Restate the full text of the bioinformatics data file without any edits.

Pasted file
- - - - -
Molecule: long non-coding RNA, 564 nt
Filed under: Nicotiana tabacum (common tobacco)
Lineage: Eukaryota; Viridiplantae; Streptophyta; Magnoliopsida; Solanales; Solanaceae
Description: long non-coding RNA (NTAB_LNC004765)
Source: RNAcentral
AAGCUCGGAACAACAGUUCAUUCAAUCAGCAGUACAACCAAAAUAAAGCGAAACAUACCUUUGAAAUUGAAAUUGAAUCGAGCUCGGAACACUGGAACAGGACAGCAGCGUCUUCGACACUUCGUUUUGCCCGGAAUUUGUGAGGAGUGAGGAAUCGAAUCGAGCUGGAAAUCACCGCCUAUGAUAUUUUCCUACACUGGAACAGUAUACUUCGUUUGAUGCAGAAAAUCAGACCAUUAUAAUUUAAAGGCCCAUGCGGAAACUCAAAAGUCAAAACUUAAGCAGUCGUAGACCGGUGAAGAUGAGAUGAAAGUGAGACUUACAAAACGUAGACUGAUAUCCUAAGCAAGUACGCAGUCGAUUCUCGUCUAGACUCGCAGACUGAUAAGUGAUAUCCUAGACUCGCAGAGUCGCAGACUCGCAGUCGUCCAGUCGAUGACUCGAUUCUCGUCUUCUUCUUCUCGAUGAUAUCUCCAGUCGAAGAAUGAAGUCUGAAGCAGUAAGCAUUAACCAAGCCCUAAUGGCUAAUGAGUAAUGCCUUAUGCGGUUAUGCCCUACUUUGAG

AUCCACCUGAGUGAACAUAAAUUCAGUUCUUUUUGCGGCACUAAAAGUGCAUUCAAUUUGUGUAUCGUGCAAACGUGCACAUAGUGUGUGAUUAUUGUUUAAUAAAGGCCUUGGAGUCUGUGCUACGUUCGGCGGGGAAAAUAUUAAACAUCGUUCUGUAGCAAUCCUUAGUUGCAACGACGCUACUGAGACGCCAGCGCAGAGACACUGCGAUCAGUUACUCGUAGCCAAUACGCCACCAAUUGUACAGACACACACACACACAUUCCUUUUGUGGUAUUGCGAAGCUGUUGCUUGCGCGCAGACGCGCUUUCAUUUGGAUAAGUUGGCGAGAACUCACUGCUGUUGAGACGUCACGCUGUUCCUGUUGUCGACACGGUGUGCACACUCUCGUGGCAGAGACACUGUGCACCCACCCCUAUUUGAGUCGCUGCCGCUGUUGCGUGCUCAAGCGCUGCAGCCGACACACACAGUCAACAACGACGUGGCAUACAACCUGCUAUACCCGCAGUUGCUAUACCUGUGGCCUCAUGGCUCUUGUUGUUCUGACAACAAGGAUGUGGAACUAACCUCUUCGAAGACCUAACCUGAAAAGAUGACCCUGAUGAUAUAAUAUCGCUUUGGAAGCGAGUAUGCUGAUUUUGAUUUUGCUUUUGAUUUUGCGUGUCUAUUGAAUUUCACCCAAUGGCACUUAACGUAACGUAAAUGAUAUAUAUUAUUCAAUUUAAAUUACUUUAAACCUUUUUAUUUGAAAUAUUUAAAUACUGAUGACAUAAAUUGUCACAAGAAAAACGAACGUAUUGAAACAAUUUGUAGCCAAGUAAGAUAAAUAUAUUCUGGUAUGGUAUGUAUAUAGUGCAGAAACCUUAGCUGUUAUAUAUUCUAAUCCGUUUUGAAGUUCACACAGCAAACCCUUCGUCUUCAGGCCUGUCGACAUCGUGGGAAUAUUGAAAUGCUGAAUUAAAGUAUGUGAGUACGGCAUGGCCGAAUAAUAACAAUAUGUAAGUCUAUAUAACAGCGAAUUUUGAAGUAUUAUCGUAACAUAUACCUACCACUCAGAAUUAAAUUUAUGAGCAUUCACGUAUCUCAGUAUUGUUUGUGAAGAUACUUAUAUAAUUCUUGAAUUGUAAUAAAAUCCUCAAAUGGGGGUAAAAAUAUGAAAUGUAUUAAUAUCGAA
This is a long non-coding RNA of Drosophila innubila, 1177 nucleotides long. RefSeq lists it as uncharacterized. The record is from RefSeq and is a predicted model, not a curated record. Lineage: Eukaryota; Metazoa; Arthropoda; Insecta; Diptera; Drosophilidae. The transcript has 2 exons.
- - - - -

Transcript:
Molecule: long non-coding RNA, 564 nt
Filed under: Nicotiana tabacum (common tobacco)
Lineage: Eukaryota; Viridiplantae; Streptophyta; Magnoliopsida; Solanales; Solanaceae
Description: long non-coding RNA (NTAB_LNC004765)
Source: RNAcentral
AAGCUCGGAACAACAGUUCAUUCAAUCAGCAGUACAACCAAAAUAAAGCGAAACAUACCUUUGAAAUUGAAAUUGAAUCGAGCUCGGAACACUGGAACAGGACAGCAGCGUCUUCGACACUUCGUUUUGCCCGGAAUUUGUGAGGAGUGAGGAAUCGAAUCGAGCUGGAAAUCACCGCCUAUGAUAUUUUCCUACACUGGAACAGUAUACUUCGUUUGAUGCAGAAAAUCAGACCAUUAUAAUUUAAAGGCCCAUGCGGAAACUCAAAAGUCAAAACUUAAGCAGUCGUAGACCGGUGAAGAUGAGAUGAAAGUGAGACUUACAAAACGUAGACUGAUAUCCUAAGCAAGUACGCAGUCGAUUCUCGUCUAGACUCGCAGACUGAUAAGUGAUAUCCUAGACUCGCAGAGUCGCAGACUCGCAGUCGUCCAGUCGAUGACUCGAUUCUCGUCUUCUUCUUCUCGAUGAUAUCUCCAGUCGAAGAAUGAAGUCUGAAGCAGUAAGCAUUAACCAAGCCCUAAUGGCUAAUGAGUAAUGCCUUAUGCGGUUAUGCCCUACUUUGAG

AUCCACCUGAGUGAACAUAAAUUCAGUUCUUUUUGCGGCACUAAAAGUGCAUUCAAUUUGUGUAUCGUGCAAACGUGCACAUAGUGUGUGAUUAUUGUUUAAUAAAGGCCUUGGAGUCUGUGCUACGUUCGGCGGGGAAAAUAUUAAACAUCGUUCUGUAGCAAUCCUUAGUUGCAACGACGCUACUGAGACGCCAGCGCAGAGACACUGCGAUCAGUUACUCGUAGCCAAUACGCCACCAAUUGUACAGACACACACACACACAUUCCUUUUGUGGUAUUGCGAAGCUGUUGCUUGCGCGCAGACGCGCUUUCAUUUGGAUAAGUUGGCGAGAACUCACUGCUGUUGAGACGUCACGCUGUUCCUGUUGUCGACACGGUGUGCACACUCUCGUGGCAGAGACACUGUGCACCCACCCCUAUUUGAGUCGCUGCCGCUGUUGCGUGCUCAAGCGCUGCAGCCGACACACACAGUCAACAACGACGUGGCAUACAACCUGCUAUACCCGCAGUUGCUAUACCUGUGGCCUCAUGGCUCUUGUUGUUCUGACAACAAGGAUGUGGAACUAACCUCUUCGAAGACCUAACCUGAAAAGAUGACCCUGAUGAUAUAAUAUCGCUUUGGAAGCGAGUAUGCUGAUUUUGAUUUUGCUUUUGAUUUUGCGUGUCUAUUGAAUUUCACCCAAUGGCACUUAACGUAACGUAAAUGAUAUAUAUUAUUCAAUUUAAAUUACUUUAAACCUUUUUAUUUGAAAUAUUUAAAUACUGAUGACAUAAAUUGUCACAAGAAAAACGAACGUAUUGAAACAAUUUGUAGCCAAGUAAGAUAAAUAUAUUCUGGUAUGGUAUGUAUAUAGUGCAGAAACCUUAGCUGUUAUAUAUUCUAAUCCGUUUUGAAGUUCACACAGCAAACCCUUCGUCUUCAGGCCUGUCGACAUCGUGGGAAUAUUGAAAUGCUGAAUUAAAGUAUGUGAGUACGGCAUGGCCGAAUAAUAACAAUAUGUAAGUCUAUAUAACAGCGAAUUUUGAAGUAUUAUCGUAACAUAUACCUACCACUCAGAAUUAAAUUUAUGAGCAUUCACGUAUCUCAGUAUUGUUUGUGAAGAUACUUAUAUAAUUCUUGAAUUGUAAUAAAAUCCUCAAAUGGGGGUAAAAAUAUGAAAUGUAUUAAUAUCGAA
This is a long non-coding RNA of Drosophila innubila, 1177 nucleotides long. RefSeq lists it as uncharacterized. The record is from RefSeq and is a predicted model, not a curated record. Lineage: Eukaryota; Metazoa; Arthropoda; Insecta; Diptera; Drosophilidae. The transcript has 2 exons.